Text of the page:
Pac-12 Football Notebook: The Conference Has an Overlooked Quarterback
Quiz: Who leads the Pac-12 in passer rating?
No, it’s not Oregon’s Justin Herbert.
Hint: This player ranks fifth in the nation in passer rating, behind only LSU’s Joe Burrow, Oklahoma’s Jalen Hurts, Alabama’s Tua Tagovailoa and Minnesota’s Tanner Morgan, and ahead of Ohio State’s Justin Fields, Georgia’s Jake Fromm and Clemson’s Trevor Lawrence, among others.
No, it’s not Washington State’s Anthony Gordon.
It’s Utah quarterback Tyler Huntley, who has somehow gone relatively unnoticed even though he has led his team to a No. 13 national ranking and is the only quarterback ranked among the top 30 in passer rating who has not thrown an interception this season.
Huntley was outstanding in the Utes’ 52-7 beat-down of Oregon State on the road Saturday, completing 14 of 17 passes for 247 yards, two touchdowns and no picks.
OK, Oregon State’s defense is a sieve, and Huntley benefits from a strong running game and an offensive line that had allowed Huntley to be sacked just four time this season. But I don’t see the respect for Tagovailoa, Hurts or Burrow being diminished despite having the same advantages.
If Huntley maintains his current passer rating of 187.6 it would set a Pac-12 single-season record, surpassing the 181.7 passer rating established by Oregon’s Marcus Mariota in 2014.
Washington's Second-Half Surprise
For all the good things Chris Petersen has done as Washington’s head coach, the Huskies have demonstrated one glaring weakness under him:
They can’t play from behind.
Heading into Saturday’s game at Arizona, the Huskies had lost 10 games in a row – and 15 of the last 16 -- in which they trailed at halftime under Petersen.
Things did not look encouraging when they trailed Arizona 17-13 at halftime Saturday, with all of Washington’s points resulting from Arizona mistakes.
But for no apparent reason, things started clicking in the second half, when Washington amassed 316 yards of total offense and scored 38 points in a 51-27 win, ending the odious streak.
Washington hopes it can keep up that pace in next week’s big game against Oregon, which ranks third in the country in scoring defense. (Remember when Oregon was all offense, no defense? Things have changed.)
ASU Aging Process
There were snickers in December 2017 when Arizona State hired Herm Edwards, who was 63 yards old and had been out of coaching for 10 years.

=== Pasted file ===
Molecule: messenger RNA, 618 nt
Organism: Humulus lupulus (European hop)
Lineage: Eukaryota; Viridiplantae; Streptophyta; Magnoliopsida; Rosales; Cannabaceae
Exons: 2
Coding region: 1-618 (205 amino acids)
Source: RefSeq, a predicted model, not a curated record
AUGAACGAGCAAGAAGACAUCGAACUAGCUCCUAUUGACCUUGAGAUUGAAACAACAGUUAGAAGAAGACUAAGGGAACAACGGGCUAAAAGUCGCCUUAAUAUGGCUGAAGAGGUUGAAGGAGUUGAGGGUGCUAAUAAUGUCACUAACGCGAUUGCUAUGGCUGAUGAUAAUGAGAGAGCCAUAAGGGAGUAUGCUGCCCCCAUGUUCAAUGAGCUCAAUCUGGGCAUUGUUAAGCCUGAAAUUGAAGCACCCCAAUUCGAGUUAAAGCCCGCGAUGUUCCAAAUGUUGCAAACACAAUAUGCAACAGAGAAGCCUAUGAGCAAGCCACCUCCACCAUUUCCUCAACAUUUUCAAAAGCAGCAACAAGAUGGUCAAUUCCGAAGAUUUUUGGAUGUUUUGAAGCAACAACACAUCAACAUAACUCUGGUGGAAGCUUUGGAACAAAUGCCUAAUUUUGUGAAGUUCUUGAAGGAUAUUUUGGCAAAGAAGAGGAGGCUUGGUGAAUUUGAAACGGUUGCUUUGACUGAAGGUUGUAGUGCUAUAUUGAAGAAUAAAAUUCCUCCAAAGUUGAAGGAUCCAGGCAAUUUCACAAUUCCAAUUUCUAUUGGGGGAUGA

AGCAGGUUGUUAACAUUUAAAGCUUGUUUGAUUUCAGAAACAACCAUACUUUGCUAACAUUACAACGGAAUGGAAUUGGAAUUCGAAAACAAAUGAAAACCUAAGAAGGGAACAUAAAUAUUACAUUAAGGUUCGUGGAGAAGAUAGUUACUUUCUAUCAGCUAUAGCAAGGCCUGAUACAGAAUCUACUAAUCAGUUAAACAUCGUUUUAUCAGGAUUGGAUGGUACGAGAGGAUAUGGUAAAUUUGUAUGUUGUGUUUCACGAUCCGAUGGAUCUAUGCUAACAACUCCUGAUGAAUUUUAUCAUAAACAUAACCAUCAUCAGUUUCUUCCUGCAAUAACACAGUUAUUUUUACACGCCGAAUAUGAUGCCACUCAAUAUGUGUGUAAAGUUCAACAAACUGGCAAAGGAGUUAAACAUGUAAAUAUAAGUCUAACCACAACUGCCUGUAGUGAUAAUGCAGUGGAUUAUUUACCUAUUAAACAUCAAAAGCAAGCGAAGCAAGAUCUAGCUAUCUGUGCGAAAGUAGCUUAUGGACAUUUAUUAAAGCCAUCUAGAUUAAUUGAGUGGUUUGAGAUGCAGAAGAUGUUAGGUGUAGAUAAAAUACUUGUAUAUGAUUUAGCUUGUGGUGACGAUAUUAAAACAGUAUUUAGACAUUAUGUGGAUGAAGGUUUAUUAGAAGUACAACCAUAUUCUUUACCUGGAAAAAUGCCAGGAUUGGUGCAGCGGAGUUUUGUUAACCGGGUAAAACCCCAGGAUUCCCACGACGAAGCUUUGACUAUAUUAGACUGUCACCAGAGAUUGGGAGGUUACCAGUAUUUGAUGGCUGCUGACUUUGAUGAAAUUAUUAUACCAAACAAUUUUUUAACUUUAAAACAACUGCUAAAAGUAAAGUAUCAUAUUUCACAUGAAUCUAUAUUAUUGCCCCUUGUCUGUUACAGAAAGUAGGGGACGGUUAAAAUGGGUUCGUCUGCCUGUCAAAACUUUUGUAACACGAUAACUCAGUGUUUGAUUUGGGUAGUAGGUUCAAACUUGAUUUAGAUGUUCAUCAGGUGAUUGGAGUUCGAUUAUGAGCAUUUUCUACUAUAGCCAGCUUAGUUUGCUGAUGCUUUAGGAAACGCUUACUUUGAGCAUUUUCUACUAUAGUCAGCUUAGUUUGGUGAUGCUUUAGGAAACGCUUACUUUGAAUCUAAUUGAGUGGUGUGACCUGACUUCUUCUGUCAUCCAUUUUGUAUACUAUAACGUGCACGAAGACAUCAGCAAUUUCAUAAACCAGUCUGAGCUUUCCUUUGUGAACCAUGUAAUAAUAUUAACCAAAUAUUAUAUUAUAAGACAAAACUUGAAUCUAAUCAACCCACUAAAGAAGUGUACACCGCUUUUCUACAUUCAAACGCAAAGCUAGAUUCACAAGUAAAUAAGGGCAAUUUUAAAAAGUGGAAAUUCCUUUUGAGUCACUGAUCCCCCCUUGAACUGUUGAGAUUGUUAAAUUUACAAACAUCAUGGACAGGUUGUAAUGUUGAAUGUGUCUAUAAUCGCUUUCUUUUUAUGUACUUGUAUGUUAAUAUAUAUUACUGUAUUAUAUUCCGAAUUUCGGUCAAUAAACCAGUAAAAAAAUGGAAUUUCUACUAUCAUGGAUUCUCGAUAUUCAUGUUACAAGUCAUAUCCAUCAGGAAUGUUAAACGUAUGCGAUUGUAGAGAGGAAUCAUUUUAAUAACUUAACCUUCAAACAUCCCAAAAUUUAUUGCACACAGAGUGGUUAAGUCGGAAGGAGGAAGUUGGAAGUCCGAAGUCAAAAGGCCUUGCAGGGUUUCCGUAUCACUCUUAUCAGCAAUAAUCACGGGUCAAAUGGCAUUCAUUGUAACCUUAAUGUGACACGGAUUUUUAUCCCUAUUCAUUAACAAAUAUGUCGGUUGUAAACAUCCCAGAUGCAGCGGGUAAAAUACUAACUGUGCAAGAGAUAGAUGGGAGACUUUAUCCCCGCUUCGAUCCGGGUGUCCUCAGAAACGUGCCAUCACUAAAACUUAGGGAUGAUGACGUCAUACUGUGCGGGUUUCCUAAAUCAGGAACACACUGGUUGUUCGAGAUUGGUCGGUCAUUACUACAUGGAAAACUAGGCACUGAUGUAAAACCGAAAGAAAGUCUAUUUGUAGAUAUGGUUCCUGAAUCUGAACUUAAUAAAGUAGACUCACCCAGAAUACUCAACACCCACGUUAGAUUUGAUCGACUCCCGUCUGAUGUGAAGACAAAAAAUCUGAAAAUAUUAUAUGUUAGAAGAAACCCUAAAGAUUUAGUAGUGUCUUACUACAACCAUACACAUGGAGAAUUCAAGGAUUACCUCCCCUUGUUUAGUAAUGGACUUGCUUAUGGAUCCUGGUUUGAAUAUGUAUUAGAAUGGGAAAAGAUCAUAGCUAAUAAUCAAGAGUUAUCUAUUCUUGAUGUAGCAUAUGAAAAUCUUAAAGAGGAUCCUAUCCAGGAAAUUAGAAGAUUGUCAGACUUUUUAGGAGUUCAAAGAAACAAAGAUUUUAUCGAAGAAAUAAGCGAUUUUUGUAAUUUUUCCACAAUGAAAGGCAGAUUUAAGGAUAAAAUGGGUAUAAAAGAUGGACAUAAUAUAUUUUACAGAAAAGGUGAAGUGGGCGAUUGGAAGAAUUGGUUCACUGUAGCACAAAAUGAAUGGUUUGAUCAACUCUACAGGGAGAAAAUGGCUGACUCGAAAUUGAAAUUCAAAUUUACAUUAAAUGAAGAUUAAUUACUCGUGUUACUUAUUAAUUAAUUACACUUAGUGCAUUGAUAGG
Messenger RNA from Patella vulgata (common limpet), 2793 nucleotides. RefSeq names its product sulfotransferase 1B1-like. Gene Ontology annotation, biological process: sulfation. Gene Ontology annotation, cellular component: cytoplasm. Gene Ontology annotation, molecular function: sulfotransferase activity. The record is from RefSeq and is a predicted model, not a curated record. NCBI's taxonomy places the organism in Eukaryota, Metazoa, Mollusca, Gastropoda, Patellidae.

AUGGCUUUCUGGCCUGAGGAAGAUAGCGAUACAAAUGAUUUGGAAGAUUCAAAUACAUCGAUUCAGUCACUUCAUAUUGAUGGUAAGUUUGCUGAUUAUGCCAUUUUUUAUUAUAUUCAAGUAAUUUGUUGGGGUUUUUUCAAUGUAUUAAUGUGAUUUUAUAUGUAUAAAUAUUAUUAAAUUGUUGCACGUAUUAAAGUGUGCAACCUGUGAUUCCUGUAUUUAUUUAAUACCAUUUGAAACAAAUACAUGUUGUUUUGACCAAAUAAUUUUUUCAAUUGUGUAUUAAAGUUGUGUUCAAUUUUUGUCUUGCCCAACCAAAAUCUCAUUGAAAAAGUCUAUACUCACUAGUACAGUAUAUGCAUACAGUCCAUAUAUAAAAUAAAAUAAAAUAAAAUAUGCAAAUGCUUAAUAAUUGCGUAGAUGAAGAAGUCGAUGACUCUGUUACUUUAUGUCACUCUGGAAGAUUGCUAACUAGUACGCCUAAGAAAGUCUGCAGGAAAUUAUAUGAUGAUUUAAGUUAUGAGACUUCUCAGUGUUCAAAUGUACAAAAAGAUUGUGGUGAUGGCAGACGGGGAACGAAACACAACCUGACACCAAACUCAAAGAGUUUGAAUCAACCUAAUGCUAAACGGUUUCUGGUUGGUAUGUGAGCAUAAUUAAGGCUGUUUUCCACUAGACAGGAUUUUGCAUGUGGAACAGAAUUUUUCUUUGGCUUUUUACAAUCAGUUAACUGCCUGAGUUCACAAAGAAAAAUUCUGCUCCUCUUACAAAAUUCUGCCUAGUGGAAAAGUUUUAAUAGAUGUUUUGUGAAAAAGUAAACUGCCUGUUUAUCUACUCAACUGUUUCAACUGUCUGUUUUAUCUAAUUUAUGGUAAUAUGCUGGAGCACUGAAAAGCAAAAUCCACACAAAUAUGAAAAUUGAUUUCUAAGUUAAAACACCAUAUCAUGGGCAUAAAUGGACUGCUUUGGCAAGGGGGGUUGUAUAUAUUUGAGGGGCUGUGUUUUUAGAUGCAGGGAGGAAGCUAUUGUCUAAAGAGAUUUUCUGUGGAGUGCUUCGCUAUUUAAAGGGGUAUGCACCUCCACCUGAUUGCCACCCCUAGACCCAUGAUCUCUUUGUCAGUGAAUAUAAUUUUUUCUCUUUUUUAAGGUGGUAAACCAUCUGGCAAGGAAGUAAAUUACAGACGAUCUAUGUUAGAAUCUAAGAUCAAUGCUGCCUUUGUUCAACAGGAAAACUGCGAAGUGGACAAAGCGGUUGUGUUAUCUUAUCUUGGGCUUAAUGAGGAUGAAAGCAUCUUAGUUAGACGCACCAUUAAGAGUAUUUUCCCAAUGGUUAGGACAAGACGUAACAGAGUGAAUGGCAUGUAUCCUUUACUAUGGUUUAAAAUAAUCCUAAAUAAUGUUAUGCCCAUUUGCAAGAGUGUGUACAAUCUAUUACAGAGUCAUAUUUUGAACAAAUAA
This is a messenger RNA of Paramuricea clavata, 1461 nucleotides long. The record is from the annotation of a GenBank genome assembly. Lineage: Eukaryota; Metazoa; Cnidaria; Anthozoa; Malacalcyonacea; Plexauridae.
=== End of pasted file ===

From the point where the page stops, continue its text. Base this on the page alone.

And there was some head-scratching when Edwards named true freshman Jayden Daniels his starting quarterback more than two weeks before the 2019 season opener.
Well, it’s too early to draw any wide-ranging conclusions about Edwards, now in his second season, but let’s look at the one aspect of games that coaches and quarterbacks have the greatest impact: close games.
Each of the Sun Devils’ last four games has been decided by seven points or fewer, and Arizona State trailed in the fourth quarter of all four.
But ASU won three of those games, with Edwards and Daniels pressing all the right buttons down the stretch.
The Sun Devils are ranked 17th in the AP poll released Sunday and are tied for first place in the Pac-12 South with a big game at Utah coming up on Saturday.
No one’s laughing now.
The Arizona Comedy
Arizona is 4-2 and quarterback Khalil Tate looks like an all-star at times, but the outlandish mistakes the Wildcats made on Saturday against Washington were comedic.
First Arizona had a punt blocked, which led to a Washington field goal. OK, those things can happen to any team, although they rarely happen to disciplined teams.
Then, the Wildcats botched a punt return as Arizona player Thomas Reid III backed into a teammate attempting to make a fair catch. The punt bounced off Reid’s helmet for a fumble, and Washington recovered, setting up another field goal. Oh brother.
The third mistake was the most inexplicable. Tate was retreating, attempting to avoid a sack, when he switched the ball to his left hand and tried to flip the ball away. The ball traveled backward a few yards, was scooped up by a Washington player at the 5-yard line and run in for a touchdown.